Half a Sheqel

Everyone who passes through the census a half sheqel of the sacred sheqel … as a portion to the Lord.

Exodus 30.14 (Parashat Ki Tissa)

It is interesting that the Torah requires a flat tax, that every Israelite male contribute one-half sheqel (about 6-8 grams of silver) annually for the Tabernacle. By nature, this tax is regressive; the wealthy will have an easy time paying this while the poor will struggle. yet every man must pay it.

Why? Why should the poor pay a tax, even if they cannot afford it? And why should the wealthy not pay their fair share? There are several answers postulated for this: First of all, it is important that everyone pay something in support of the Tabernacle. This contributes to a sense of a person’s self-worth; when a person contributes, even half-a sheqel, he or she feels a part of the group and not an interloper.This is comparable to a person using a health club as a guest – and then continuing to use the facilities for free while others pay to keep the building open.

A second reason why the wealthy do not pay more is because they are expected to pay on other occasions. On other sacrificial occasions, Israelites can bring a sheep, a goat or even a pigeon or grains, depending upon their economic circumstances. At these times, the wealthy would bring animals while the poor would bring birds or grains..

Finally, why half a sheqel and not a full sheqel? Here is where the value of leadership enters! Many commentators have noted that two halves make a whole. While this is most obvious, it also means that we are not complete unless we find our other half; as long as we do not join with others, we cannot do our job: at work, in worship or especially in love. Only when our half-sheqel joins with other half-sheqels can we be most effective; a half-sheqel cannot be successful alone.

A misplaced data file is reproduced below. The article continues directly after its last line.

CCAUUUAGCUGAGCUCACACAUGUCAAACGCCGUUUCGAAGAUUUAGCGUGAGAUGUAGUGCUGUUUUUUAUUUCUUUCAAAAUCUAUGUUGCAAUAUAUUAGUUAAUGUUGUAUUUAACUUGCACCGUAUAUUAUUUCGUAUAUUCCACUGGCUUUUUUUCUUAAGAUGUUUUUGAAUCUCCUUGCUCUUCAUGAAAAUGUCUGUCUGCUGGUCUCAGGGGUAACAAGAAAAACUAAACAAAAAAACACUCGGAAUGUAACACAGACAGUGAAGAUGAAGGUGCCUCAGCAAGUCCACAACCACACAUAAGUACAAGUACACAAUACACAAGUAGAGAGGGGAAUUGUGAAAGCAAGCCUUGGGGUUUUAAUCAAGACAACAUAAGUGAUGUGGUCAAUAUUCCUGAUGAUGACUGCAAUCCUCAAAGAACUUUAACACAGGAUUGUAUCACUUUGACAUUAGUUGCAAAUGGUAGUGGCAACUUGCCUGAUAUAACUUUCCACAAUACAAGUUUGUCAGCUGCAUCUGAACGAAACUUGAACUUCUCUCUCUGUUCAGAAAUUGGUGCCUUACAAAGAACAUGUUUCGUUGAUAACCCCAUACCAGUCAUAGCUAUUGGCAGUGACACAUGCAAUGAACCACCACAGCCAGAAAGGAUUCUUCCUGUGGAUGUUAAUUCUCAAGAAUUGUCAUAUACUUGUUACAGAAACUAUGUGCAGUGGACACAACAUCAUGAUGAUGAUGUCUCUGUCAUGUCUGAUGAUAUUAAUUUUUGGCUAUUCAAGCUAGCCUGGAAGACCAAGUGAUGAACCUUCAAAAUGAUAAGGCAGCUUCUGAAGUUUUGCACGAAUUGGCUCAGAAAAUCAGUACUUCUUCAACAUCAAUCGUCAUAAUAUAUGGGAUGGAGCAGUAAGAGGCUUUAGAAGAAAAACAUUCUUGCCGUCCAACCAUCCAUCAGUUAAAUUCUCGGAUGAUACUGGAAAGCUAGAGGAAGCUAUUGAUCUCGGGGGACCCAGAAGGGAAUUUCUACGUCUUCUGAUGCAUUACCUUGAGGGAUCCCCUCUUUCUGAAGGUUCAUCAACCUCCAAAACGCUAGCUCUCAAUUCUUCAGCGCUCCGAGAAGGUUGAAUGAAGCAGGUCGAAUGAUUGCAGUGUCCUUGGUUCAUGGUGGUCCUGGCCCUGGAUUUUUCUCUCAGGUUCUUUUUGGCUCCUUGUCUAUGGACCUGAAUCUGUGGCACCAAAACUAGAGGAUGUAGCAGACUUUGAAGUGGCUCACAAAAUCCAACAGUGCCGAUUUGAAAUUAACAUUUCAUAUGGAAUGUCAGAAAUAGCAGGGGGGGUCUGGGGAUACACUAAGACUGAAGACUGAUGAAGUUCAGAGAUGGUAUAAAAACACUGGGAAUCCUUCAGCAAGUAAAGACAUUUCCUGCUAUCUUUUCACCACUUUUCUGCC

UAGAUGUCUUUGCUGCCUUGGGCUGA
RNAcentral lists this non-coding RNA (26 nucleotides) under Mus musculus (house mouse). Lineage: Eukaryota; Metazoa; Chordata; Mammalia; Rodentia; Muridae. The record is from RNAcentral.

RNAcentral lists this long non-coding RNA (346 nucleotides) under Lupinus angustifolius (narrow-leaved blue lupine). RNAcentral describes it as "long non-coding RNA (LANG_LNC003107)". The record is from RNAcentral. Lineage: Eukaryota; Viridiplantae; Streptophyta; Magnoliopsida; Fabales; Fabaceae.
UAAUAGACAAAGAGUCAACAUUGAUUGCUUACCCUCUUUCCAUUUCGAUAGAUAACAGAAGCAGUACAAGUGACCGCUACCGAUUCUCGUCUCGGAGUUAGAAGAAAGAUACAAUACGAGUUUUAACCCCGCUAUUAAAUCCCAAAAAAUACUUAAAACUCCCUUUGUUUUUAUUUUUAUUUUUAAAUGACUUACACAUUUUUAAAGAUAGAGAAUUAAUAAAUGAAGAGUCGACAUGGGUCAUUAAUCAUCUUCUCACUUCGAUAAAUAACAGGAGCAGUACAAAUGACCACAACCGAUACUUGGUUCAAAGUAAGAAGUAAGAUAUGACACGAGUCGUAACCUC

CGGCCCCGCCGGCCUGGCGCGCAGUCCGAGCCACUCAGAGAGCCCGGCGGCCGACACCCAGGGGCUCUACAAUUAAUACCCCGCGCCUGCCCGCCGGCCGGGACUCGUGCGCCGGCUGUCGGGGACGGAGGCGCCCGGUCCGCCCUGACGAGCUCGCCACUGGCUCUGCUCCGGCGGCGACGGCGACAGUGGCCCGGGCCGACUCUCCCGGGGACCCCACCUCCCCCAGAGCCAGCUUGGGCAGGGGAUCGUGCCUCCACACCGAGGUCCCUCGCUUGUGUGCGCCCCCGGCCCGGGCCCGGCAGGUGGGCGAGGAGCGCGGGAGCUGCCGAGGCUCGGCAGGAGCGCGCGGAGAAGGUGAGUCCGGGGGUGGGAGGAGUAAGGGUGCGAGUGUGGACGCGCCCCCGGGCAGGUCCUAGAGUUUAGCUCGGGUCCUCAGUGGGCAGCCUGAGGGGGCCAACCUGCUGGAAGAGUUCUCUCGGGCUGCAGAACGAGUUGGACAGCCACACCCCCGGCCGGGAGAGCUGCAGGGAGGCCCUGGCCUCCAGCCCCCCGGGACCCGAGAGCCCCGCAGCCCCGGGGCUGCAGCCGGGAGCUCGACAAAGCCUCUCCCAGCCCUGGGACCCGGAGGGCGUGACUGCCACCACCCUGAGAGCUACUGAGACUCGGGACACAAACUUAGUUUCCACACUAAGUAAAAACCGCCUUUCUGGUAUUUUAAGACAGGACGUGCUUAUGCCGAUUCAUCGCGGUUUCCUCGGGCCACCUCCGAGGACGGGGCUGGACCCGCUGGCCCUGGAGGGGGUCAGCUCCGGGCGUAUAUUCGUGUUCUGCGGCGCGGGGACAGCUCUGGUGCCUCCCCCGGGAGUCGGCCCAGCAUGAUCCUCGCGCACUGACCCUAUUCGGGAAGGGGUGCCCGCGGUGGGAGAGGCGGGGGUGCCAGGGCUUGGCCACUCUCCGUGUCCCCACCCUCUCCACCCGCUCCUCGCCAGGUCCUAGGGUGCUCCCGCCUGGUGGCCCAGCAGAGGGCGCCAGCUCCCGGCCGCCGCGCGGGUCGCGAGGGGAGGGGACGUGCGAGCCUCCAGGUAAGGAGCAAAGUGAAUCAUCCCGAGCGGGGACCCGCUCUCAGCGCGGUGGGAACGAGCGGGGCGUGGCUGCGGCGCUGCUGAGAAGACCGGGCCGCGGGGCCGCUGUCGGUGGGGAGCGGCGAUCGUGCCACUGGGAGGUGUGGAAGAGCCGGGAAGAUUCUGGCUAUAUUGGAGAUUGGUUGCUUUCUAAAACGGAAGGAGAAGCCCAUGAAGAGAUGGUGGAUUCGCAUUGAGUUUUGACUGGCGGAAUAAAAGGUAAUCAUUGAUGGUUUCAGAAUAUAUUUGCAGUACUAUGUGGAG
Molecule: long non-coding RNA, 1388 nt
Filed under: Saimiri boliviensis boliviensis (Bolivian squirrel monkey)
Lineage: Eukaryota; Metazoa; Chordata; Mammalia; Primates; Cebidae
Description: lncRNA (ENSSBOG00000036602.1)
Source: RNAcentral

So we as leaders need to realize that we are only half a sheqel; we need other half-sheqels, other people, to join with us: in our work, our worship and our families.When we share the burdens, delegate the tasks and share in the successes, then we will be true and effective leaders. When everyone contributes, we will realize every person’s talents and move forward to realize and surpass our greatest goals and dreams.

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One thought on “Half a Sheqel

  1. Pingback: Shabbat Shalom! – Ki Tisa – Coffee Shop Rabbi

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